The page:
But Texas Toast’s carefree attitude operates in the same spaces (and with the same passion) as that of Through N Through and Pig Champion, where the bands’ music is inextricable from their ideological stances.

“For me, politics is linked to my music,” Lonergan says. “We weren’t always political, but we were also speaking off of the labor rights movement, anti-statist, anti-capitalist ideas.” Lonergan grew up in a lower-middle-class family in Mount Greenwood, where he was exposed early on to the politics of class, race, and labor. “Generally growing up, especially in this city, there are so many bad examples of political behavior that you see every fucking day,” he says.

“[Mt. Greenwood] is full of non-racist skinheads. That was like the camp that I kind of came from. It just made sense to put those messages out there, and that was the most true to fucking life thing I could think about writing about at that time. There’s just enormous structures of unfortunate shit that inspire a lot of anger in a lot of people,” he says.

It is this shared sense of struggle with people across the South Side that Lonergan says inspires much of his band’s music. “[Pig Champion] was like therapy for a long fucking time,” he says. “We were a lot of angry dudes. It’s like, what pisses you off the most? Seeing your brothers and sisters in pain. So might as well say something about it.”

Ruben L. Garza, Jr. shares Lonergan’s sentiment. “We’re trying to spread a positive message about how reality can be changed as long as you’re willing to change it and you’re willing to find solutions,” he says, noting that much of his own anger has gradually been replaced by pride in who he is. “That pride you have, that Latino pride, I’m brown and I can do a lot of things people think brown people can’t do.”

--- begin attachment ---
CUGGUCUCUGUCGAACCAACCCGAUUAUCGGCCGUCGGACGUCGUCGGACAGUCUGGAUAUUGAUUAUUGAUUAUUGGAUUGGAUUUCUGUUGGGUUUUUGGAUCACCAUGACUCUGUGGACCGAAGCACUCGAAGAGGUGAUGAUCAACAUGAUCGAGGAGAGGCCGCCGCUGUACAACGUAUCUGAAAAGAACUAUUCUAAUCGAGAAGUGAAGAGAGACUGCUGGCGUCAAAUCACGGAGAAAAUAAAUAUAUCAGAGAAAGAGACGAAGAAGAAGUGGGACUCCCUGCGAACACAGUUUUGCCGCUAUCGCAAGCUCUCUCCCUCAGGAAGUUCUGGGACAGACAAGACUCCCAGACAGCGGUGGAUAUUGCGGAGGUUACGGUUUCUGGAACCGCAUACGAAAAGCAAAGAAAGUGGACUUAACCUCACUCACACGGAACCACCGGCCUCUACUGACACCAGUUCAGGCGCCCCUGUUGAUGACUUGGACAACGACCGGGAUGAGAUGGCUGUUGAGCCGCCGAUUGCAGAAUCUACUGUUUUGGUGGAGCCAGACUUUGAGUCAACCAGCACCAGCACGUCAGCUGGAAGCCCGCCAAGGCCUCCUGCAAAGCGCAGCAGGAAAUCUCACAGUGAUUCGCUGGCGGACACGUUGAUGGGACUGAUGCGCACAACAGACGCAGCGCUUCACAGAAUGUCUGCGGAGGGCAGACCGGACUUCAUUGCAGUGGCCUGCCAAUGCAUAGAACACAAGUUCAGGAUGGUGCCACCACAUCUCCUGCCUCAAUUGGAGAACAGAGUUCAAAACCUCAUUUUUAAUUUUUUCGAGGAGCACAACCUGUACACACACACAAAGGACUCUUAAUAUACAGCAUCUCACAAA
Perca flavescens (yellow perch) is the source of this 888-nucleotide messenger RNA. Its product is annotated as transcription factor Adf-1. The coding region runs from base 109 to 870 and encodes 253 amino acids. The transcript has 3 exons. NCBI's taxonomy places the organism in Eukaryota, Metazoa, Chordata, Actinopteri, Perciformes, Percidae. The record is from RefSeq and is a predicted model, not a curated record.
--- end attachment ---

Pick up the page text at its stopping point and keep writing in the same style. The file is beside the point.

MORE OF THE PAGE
Of course, even though the political bent of Pig Champion and Through N Through’s music is completely absent from Texas Toast Chainsaw Massacre’s party attitude, Garza says there is a place for both approaches in the scene. “I do think it’s rooted in the same kind of energy,” he admits. “We’re all young and angry and if we can take that aggression out we’re going to do it.”

For many metalheads, simply the act of playing or moshing to metal with loved ones is a way to let off steam. “It’s just stress release,” says Josh Kandich of Texas Toast. “If I have a shitty day at work, and I have to go play a show, it’s going be awesome because I’ll just be pissed off. I’m just yelling, so I can just yell for thirty minutes. I can’t do that anywhere else.”

“It’s kind of like getting drunk, but you’re getting drunk off of people,” says Texas Toast bassist Julian Galvin. He says performing in the Pilsen scene for him is a deeply personal experience. “Time just compresses. I’m like a very anxious person, but when I get up on there it’s just like, let’s go.”

Julian’s band mate Jordan Miller says he’s not alone. “In the scene there are a lot of people who feel like outsiders, like they’re not a part of the main thing, and then they find this whole group of outsiders in Pilsen with the thrash metal scene,” he says.  “They can go just hang out with their friends, and have a good time, and feel like they’re part of something.”

It makes the Pilsen thrash scene a uniquely vibrant and multifaceted one—a place where people from all walks of life, be they Latinx people angry with their social circumstances, alienated working-class punks, or just disillusioned white kids looking for something to do, can come together to vibe off of their friends and mosh to each others’ bands. Garza, thinking over the scene in Pilsen and Little Village, recounts a place where barriers do not, and cannot exist. After all, he says, “We’re all metalheads, we’re all hardcore kids, we’re all punk rockers. We all go through the same struggles, and music is just an outlet no matter which side of the genre it’s on.”